Glanbia

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Glanbia, plc
Type Public
Traded as LSEGLB, ISEQGL9
Founded Waterford, Ireland (1997)
Headquarters Kilkenny, Ireland
Key people Liam Herlihy (Chairman)
SiobhánTalbot (Group Managing Director)
Revenue Total Group 2.4 billion (2013)[1]
Employees 5,200
Website www.glanbia.com

Glanbia plc (/ˈɡlɒnbiə/)[a] is a global performance nutrition and ingredients group with operations in 32 countries. It has leading market positions in sports nutrition, cheese, dairy ingredients, speciality non-dairy ingredients and vitamin and mineral premixes. Glanbia products are sold or distributed in over 130 countries. While Europe and the USA represent the biggest markets, the Group are continuing to expand into the Middle East, Africa, Asia Pacific and Latin America. Glanbia is listed on the Irish and London Stock Exchange (Symbol: GLB). The Group has four segments; Global Ingredients, Performance Nutrition, Dairy Ireland and Joint Ventures & Associates. Including Joint Ventures & Associates, Glanbia has over 5,200 employees worldwide in 32 countries.[2]

History[edit]

Emerging from Ireland's dairy consolidation in the 1960s[edit]

Dairy products have long formed the backbone of Ireland's agricultural sector. In the early 19th century, the country was amongst the world's largest producers of dairy products. In 1848, Ireland accounted for two thirds of butter imports into the port of London.[3] Irish butter came under pressure by competitors which were modernising their systems with the newly developed cream separators. As a consequence, Irish butter imports to London dropped to under one per cent in the early 1880s.[3]

The new technologies and their introduction into Ireland fundamentally transformed the country's dairy sector, which had previously been operated by small independent farmers. In order to support the costs of acquiring the new equipment, dairy farmers grouped together and built centralised dairy processing facilities – which became known as ‘creameries’. In the late 1880s, dairy farmers began adopting the cooperative format, often to enter into direct competition with the private creameries. Farmers who supplied milk to the co-ops were better served than those who sold it to the private creameries. In time, most of those businesses found that they were unable to compete with the farmer co-operatives, and many sold their premises and businesses to the co-ops.[4]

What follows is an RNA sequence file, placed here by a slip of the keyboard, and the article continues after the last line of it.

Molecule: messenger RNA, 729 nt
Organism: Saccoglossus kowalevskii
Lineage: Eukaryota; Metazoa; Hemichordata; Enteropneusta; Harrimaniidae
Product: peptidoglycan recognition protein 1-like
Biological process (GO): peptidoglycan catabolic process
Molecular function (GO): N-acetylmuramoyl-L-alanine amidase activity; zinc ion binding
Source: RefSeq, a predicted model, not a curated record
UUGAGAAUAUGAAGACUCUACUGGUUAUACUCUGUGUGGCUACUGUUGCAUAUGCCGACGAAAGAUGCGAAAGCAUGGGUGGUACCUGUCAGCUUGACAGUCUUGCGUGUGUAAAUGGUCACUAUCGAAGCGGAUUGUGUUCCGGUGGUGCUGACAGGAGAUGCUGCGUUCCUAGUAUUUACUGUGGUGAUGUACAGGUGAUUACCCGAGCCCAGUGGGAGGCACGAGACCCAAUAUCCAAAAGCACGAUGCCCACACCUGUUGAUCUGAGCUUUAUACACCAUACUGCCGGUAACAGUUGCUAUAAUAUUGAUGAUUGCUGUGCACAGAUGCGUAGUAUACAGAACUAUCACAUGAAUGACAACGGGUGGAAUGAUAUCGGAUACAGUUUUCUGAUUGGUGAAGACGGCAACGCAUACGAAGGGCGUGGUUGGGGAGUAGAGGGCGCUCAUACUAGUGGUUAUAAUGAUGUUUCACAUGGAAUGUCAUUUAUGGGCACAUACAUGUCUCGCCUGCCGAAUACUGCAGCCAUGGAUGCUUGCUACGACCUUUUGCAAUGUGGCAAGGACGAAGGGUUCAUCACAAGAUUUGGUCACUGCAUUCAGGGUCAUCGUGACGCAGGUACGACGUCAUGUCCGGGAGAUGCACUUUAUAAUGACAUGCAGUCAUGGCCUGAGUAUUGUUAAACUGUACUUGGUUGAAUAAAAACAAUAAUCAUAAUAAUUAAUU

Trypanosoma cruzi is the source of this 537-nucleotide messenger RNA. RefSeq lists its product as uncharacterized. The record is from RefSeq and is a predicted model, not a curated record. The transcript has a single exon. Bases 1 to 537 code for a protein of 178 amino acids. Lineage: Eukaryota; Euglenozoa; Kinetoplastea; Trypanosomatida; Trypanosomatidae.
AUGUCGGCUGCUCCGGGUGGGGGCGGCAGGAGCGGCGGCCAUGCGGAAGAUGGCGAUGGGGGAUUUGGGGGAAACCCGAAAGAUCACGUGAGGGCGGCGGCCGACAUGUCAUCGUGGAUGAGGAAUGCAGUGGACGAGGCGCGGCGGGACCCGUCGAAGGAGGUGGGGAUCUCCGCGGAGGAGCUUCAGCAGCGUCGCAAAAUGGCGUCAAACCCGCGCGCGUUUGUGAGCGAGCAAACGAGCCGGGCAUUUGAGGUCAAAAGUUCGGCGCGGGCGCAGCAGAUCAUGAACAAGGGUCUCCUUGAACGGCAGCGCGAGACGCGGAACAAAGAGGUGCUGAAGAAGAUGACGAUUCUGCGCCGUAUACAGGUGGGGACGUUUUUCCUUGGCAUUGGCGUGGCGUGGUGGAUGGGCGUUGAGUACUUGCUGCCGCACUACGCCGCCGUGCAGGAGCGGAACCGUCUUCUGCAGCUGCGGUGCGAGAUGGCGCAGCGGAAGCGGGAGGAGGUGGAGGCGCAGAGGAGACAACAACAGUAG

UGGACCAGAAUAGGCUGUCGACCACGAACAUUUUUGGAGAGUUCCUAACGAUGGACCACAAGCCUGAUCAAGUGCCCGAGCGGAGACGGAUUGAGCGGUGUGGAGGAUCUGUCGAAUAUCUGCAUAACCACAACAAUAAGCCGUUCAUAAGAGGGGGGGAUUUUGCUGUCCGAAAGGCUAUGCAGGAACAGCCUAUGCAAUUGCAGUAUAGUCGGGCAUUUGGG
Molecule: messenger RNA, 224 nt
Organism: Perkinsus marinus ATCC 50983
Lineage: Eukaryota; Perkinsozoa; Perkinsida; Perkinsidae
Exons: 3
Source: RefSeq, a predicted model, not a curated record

The numbers of creameries increased dramatically by 1900, and by the eve of World War I, the country counted nearly 800 plants. In spite of the scarcities, political unrest and violent incidents, the World War I era had been a very prosperous period for farmers. The crisis in the country's agricultural market following the war led to a large number of creameries to shut down.[5]

Government policy intervened in the 1920s with the aim of further consolidating the dairy market. The number of individual creameries was reduced to just 17 large-scale facilities in the years following World War II. At the same time, the number of cooperatives in Ireland had shrunk back to less than 220. Butter remained the Irish dairy industry's core product, accounting for the vast majority of the creameries' production.

Holstein cow, the dominant breed in industrialised dairying today

The members of five co-operatives agreed to join forces and become Waterford Co-operative Society Limited in 1964. The formation of Waterford Co-operative in 1964 was the first of the major amalgamations and it was the beginning of a story that would be repeated throughout Ireland over the next 40 years. The size of the co-operative gave them the opportunity to produce a bigger range of products. With its head start, Waterford was able to grow and a decade later, in 1974, this scale of operation would help in winning the French Yoplait franchise to produce the prestige range of yogurts at Inch, County Wexford – an association that continues to this day. Waterford continued growing throughout the 1970s, amalgamating with a number of other, smaller creameries.

In the meantime, 25 other cooperatives agreed to merge to establish the Avonmore Creameries Federation in 1966. Backed by the British dairy giant Unigate, the new federation began the construction of a new multi-purpose dairy plant in Ballyragget, County Kilkenny. The plant was the biggest processing facility in Europe at that time. Today, the Ballyragget facility is the largest integrated dairy site in Europe, processing about 20% of the Irish milk pool. Avonmore originally focused on the production of butter and powdered skim milk. On 1 September 1973, 20 societies amalgamated, thus creating Avonmore Farmers Ltd. As time moved on, Unigate’s involvement changed and, in 1978, the cooperative bought back Unigate's stake in the Ballyragget facility.

International expansion in the 1980s[edit]

Both Avonmore and Waterford expanded into the 1980s. At home, both companies established brand names, while Waterford continued with its Yoplait franchise. The two co-operatives continued to add product lines. Avonmore, for example, launched Avonmore Fresh Milk on the Dublin market on 1 June 1981.